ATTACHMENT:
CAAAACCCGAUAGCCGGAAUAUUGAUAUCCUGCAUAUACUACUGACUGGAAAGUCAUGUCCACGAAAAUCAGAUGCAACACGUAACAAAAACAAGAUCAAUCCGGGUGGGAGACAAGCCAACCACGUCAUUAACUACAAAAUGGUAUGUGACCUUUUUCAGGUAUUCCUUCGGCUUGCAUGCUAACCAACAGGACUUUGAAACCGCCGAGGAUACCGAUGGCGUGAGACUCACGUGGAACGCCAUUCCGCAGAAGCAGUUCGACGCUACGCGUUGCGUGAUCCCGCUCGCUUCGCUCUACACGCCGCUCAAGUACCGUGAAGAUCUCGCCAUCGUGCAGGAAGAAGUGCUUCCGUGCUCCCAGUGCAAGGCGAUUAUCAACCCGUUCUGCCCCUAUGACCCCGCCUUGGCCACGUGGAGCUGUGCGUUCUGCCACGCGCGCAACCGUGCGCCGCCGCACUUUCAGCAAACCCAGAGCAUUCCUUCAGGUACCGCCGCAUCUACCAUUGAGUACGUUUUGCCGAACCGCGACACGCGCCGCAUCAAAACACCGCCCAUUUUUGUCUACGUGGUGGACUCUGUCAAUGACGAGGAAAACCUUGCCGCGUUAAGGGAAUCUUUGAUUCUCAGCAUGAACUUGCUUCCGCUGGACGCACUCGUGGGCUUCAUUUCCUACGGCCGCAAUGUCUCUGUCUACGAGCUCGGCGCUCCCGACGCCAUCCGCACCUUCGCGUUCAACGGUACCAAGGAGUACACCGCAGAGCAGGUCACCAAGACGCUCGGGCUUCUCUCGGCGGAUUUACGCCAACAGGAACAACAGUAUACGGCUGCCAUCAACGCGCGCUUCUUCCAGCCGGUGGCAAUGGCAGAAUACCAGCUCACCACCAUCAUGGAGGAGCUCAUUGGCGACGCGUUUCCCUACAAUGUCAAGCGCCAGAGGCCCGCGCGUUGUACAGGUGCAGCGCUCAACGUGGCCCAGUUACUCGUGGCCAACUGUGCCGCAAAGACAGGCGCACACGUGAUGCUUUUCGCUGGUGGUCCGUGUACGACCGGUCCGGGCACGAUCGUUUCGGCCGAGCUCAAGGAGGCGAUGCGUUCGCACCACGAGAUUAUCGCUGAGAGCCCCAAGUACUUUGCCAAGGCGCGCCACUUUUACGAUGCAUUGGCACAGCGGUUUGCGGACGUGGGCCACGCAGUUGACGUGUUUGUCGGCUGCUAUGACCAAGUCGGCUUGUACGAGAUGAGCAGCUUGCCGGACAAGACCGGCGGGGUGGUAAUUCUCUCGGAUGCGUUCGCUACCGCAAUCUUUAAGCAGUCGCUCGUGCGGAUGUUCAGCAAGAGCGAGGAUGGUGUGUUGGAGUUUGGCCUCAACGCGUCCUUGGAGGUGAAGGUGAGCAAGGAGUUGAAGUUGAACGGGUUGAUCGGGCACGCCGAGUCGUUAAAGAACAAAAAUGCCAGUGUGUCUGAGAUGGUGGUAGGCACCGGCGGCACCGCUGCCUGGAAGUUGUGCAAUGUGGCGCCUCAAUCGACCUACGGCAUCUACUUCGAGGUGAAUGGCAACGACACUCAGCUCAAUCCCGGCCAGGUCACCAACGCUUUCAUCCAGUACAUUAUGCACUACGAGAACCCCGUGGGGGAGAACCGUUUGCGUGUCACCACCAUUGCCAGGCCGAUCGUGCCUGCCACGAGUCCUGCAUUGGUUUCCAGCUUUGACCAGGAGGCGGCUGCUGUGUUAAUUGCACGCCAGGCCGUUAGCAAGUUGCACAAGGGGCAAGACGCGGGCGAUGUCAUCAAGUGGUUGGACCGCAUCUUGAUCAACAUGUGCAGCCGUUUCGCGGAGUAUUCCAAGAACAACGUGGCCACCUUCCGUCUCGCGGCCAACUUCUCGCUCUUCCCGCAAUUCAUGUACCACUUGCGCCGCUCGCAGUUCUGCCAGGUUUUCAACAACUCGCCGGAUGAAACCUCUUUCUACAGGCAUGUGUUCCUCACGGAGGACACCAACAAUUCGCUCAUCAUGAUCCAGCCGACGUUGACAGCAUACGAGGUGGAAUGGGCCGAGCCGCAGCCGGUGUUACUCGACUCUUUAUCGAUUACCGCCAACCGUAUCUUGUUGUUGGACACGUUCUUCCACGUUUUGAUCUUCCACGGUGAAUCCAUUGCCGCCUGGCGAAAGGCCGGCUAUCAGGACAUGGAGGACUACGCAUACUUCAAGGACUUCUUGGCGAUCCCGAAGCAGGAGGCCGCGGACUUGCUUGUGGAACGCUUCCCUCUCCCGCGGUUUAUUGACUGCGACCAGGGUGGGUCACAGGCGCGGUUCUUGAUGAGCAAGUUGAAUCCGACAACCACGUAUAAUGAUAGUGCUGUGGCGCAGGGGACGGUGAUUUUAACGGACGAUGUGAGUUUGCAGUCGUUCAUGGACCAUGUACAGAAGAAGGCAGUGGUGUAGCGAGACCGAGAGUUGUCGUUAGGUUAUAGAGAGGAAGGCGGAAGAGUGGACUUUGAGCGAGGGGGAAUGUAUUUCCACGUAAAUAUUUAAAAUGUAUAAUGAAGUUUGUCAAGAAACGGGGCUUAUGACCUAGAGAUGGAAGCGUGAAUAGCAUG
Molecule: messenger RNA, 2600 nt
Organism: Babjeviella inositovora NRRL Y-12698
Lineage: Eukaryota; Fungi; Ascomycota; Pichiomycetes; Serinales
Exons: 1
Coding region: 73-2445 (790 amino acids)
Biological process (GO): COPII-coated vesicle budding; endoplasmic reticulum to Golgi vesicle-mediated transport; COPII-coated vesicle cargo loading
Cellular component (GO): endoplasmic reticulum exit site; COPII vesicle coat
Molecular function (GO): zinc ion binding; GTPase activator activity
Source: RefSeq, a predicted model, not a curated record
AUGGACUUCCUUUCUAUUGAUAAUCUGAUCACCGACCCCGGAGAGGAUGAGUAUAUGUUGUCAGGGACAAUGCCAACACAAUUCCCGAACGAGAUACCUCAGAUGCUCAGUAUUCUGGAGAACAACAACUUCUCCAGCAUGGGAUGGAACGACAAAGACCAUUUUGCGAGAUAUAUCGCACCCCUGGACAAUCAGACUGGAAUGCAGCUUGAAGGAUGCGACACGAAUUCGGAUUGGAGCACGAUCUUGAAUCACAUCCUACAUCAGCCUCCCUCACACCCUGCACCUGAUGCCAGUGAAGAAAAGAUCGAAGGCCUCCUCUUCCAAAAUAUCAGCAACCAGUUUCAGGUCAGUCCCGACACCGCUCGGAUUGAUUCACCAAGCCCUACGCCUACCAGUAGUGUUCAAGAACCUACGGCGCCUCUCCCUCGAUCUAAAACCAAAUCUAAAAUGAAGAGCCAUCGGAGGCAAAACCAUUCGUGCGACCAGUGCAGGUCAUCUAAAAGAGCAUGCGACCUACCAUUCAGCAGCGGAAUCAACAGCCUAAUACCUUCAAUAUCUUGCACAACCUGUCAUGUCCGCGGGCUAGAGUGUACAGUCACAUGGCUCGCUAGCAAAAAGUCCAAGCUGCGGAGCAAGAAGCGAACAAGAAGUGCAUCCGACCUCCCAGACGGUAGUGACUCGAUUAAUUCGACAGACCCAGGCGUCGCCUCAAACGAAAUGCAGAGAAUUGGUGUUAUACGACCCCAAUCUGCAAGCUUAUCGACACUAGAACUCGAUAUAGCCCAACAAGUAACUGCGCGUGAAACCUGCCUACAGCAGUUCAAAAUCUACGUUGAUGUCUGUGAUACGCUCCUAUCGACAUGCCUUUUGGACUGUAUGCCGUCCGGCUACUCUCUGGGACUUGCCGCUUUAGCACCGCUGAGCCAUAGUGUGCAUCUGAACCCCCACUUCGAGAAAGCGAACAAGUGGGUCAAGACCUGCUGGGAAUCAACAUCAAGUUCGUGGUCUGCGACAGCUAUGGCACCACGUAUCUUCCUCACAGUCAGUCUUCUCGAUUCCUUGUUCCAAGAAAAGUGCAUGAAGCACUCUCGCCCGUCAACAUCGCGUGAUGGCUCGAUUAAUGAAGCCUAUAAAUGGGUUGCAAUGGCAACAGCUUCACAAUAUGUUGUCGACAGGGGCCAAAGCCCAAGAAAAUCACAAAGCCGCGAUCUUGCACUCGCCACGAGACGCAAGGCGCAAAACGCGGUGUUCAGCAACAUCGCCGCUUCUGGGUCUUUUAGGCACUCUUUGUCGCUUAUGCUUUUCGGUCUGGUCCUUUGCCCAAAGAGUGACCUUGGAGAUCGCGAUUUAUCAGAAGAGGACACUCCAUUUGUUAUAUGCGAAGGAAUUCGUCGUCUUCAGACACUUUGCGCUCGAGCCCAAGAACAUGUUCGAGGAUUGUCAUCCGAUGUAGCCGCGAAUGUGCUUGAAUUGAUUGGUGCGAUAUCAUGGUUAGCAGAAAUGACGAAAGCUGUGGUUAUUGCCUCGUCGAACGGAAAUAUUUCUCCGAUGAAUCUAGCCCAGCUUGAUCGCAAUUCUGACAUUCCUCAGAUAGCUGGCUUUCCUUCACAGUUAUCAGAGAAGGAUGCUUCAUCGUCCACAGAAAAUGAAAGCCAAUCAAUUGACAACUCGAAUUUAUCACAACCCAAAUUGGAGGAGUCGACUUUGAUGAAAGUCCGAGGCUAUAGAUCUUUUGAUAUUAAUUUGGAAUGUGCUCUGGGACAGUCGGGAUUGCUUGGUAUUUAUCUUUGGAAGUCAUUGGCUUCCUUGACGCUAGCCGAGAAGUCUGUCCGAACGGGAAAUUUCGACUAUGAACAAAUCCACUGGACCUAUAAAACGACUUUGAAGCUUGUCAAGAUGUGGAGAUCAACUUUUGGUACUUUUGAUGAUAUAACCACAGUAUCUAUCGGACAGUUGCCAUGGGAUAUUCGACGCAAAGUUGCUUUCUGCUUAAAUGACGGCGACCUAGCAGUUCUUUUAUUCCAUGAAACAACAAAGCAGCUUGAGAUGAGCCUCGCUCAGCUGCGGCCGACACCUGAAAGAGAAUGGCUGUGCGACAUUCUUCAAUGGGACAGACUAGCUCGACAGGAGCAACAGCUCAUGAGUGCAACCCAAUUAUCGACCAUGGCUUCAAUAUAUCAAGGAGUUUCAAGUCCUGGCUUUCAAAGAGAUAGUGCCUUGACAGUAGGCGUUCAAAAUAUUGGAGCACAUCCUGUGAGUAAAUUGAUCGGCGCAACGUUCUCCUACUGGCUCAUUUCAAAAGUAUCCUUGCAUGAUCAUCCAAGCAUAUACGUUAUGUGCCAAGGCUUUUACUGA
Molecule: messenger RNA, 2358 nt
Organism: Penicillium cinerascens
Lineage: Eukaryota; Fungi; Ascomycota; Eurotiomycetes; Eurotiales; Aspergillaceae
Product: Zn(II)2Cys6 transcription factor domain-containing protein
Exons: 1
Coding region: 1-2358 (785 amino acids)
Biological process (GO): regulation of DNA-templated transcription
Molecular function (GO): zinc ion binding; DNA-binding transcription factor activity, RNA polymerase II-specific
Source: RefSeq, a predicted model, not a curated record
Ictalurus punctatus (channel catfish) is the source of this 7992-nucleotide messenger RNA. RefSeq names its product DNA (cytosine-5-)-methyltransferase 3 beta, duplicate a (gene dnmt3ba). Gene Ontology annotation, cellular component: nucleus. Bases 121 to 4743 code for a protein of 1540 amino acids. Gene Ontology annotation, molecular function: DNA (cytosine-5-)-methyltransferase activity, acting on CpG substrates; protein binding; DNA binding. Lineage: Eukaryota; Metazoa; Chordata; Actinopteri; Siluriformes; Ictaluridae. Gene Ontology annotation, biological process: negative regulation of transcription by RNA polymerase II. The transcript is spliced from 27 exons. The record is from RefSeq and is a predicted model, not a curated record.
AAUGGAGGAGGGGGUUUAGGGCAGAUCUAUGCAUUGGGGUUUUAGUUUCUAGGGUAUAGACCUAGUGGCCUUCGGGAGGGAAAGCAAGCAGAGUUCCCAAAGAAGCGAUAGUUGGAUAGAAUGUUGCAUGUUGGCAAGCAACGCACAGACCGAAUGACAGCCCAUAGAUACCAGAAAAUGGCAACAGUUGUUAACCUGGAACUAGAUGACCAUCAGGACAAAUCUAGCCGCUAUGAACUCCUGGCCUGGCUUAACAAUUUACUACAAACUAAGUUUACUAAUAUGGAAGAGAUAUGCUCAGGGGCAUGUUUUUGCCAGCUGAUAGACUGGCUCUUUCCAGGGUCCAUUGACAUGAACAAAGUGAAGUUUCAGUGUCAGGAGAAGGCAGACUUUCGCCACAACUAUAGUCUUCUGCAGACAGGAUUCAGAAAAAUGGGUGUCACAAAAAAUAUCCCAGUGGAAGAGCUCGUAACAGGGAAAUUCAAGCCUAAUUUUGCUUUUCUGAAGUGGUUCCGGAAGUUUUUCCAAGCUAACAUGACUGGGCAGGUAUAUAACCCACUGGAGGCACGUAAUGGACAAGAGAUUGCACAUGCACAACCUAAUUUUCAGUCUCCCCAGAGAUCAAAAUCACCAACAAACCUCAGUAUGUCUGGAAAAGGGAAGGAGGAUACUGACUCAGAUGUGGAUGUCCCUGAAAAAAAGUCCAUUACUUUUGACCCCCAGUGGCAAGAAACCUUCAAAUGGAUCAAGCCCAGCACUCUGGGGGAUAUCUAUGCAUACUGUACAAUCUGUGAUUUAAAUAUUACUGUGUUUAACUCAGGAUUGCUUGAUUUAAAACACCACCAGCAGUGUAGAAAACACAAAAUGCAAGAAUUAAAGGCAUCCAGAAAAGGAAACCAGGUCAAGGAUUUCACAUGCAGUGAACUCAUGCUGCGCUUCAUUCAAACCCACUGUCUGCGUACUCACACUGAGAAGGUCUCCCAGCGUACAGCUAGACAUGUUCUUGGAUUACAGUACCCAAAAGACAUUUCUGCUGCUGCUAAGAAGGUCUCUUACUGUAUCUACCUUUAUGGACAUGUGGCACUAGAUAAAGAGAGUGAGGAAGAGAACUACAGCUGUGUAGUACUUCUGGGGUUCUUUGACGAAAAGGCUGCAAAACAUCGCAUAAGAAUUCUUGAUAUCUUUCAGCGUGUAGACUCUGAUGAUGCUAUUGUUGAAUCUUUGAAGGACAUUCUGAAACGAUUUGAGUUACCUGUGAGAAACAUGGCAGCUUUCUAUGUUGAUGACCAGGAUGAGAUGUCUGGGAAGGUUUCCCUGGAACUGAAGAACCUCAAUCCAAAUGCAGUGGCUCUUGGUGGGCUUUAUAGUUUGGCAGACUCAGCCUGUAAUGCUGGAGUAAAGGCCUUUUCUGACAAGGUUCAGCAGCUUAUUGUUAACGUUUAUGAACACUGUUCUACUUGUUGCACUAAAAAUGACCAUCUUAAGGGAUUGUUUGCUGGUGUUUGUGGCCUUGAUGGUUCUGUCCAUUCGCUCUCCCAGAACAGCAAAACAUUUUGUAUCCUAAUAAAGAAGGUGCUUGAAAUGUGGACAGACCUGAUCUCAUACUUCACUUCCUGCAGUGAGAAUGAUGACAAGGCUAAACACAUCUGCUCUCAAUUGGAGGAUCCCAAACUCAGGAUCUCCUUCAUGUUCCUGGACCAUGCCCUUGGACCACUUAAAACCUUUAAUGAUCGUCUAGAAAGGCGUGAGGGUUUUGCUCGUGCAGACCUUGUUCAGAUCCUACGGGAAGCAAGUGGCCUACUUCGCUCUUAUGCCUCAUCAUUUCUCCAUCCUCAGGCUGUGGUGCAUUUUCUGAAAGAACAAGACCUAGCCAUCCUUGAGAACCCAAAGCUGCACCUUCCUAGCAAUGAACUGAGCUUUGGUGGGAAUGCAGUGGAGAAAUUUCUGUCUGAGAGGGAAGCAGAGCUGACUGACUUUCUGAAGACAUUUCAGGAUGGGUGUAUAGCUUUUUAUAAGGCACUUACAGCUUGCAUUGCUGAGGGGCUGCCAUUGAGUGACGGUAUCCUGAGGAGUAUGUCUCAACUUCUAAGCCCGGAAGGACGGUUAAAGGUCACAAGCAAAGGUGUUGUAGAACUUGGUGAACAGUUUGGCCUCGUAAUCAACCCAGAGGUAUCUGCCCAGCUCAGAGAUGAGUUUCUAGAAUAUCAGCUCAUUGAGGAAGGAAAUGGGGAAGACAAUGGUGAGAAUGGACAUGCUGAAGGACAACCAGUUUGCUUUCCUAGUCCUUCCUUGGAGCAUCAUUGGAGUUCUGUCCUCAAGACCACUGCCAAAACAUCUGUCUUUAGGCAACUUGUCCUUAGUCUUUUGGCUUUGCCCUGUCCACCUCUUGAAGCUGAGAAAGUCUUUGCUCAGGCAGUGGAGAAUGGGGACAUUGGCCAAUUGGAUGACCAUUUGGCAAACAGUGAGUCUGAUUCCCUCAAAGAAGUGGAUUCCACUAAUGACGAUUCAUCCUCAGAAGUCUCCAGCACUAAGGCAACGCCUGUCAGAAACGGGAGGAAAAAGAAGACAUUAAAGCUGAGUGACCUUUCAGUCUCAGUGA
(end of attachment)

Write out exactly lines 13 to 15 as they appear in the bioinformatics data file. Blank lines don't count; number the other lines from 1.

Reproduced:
Organism: Penicillium cinerascens
Lineage: Eukaryota; Fungi; Ascomycota; Eurotiomycetes; Eurotiales; Aspergillaceae
Product: Zn(II)2Cys6 transcription factor domain-containing protein